2. Let them draw. If their children are fond of watching cartoons on weekends, parents can offer a sketchpad and pencils for children to make their own cartoons. They can give their characters superpowers or put them in humorous circumstances. Children can animate their world, by drawing familiar situations, or creating a whole new universe using their art tools. Art can be a good therapy for school stress and it can also be an outlet for creative tendencies.

Role Playing

1. Pretend you are on TV: One great way to exercise imagination while practicing public speaking skills at the same time is to pretend that you are on TV, whether doing imaginary reporting on the news, hosting a pretend travel show, interviewing a Hollywood star, or cooking in front of a live audience.  Children will enjoy “acting” or “hosting” in front of the camera, with mom or dad as the “production crew”. Parents might even discover that their children have a talent made for TV. Offer age-appropriate books.

2. Books for the pre-adolescent child have been described as the last bastion of imagination. They can bring the child on fantastic journeys without the reader even leaving the armchair. Through good books, children can picture the character’s appearance and the way he talks and walks. There are even books that let older children “choose their own adventures” based on story-based decisions that they make. They then get directed to the next page they have to turn to continue their quest.

Some good children’s books that encourage imagination include:

  • Cloudy with a Chance of Meatballs by Judith Barett
  • Where the Wild Things Are  by Maurice Sendak
  • The Marshmallow Incident by Judith Barett
  • The Chronicles of Narnia by C.S. Lewis
  • In The Night Garden by Barbara Joosse
  • Marveltown by Bruce McCall

3. Encourage role-playing. Smaller children who loved acting out the part of Cinderella or Tarzan might suddenly feel self-conscious about role play, but it can be a good tool for tackling touchy topics and dealing with new and difficult situations like bullying, making new friends, or saying no to strangers. Parents can talk to teachers about incorporating more role-playing activities in class, or offer a day for role reversals, where the child can be “mom for the day” and humorously act out silly stories about home.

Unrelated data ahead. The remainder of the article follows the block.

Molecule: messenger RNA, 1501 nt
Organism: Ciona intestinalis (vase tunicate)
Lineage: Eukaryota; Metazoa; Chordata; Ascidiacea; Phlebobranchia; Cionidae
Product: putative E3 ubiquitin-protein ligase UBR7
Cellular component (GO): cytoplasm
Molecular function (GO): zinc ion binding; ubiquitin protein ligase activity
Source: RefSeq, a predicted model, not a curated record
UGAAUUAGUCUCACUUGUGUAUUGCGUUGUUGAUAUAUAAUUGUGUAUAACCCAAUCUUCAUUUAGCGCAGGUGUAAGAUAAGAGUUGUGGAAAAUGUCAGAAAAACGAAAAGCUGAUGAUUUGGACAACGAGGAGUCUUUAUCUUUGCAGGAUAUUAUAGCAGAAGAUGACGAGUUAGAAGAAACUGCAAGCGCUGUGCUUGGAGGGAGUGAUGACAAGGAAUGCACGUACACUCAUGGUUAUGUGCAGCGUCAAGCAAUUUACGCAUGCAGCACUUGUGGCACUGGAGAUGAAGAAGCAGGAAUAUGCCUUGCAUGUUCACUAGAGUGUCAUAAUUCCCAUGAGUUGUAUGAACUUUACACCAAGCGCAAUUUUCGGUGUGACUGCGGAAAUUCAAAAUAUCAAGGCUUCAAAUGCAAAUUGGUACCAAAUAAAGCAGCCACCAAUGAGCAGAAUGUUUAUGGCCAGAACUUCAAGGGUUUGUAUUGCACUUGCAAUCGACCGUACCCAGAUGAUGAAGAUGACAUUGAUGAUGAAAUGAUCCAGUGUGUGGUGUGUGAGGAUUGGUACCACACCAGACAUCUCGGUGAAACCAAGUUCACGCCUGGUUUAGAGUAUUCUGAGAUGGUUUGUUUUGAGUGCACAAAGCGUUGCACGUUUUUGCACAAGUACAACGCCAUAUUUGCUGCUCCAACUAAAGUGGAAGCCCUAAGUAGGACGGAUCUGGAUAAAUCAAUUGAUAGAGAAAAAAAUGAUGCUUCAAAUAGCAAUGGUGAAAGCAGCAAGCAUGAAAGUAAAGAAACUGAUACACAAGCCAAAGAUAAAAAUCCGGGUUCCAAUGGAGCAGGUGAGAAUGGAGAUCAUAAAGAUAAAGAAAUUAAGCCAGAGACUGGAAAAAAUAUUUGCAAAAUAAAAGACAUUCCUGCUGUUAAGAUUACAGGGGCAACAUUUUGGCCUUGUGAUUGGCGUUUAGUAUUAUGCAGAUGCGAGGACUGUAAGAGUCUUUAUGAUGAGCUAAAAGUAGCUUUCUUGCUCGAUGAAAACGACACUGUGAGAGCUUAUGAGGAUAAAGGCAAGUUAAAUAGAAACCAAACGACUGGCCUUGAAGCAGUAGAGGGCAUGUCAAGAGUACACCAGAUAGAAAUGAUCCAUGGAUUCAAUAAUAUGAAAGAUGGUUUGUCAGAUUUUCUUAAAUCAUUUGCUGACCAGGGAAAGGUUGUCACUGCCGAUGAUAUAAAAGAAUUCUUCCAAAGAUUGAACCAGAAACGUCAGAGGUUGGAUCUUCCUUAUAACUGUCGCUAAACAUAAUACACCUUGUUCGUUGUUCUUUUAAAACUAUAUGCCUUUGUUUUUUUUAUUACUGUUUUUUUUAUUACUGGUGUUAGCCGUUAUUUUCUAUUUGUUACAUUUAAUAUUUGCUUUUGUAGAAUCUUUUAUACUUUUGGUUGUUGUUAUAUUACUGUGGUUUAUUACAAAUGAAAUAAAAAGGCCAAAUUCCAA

Working on Their Own

1. Pick a project. Parents can offer their children art materials and some old recyclable materials that are just lying around. They can challenge the child to create something new and useful using simple things such as tissue rolls, cereal boxes, paper plates, or clothespins  A paper plate with glued-on button eyes and yarn hair can become a talkative puppet, a stack of mini cereal boxes and cardboard tubes glued together can transform into a powerful robot – the possibilities are endless! This activity not only teaches the importance of recycling, but allows children to stretch their imaginations in order to produce something new. This can also be a cost-effective and more personal way for children to make greeting cards for special occasions, or even make festive decorations and giveaways for parties.

2. Let them experiment. Children can do simple experiments around the house about topics that they are curious about. Simple scientific experiments can teach older children to formulate hypotheses and find imaginative ways to form their conclusions. Asking questions about why ants always march in a straight line, or how fish breathe underwater will teach them to make a deduction, and to observe the animals closely so they can find the answers.

Entrepreneurs, artists, musicians, writers, and even people with office jobs benefit from thinking out of the box. People with their own businesses can craft ideas on how to make their products better, musicians can use their imagination when interpreting their pieces, writers with vivid imaginations can make the words fly out of the page! Even employees of a company can think of ways to make their work easier and more efficient. Adults imagining where they would want to be in five year’s time can also motivate them to achieve their goals. These are all good reasons why parents may want to give their older children more leeway when it comes to using their imaginative powers.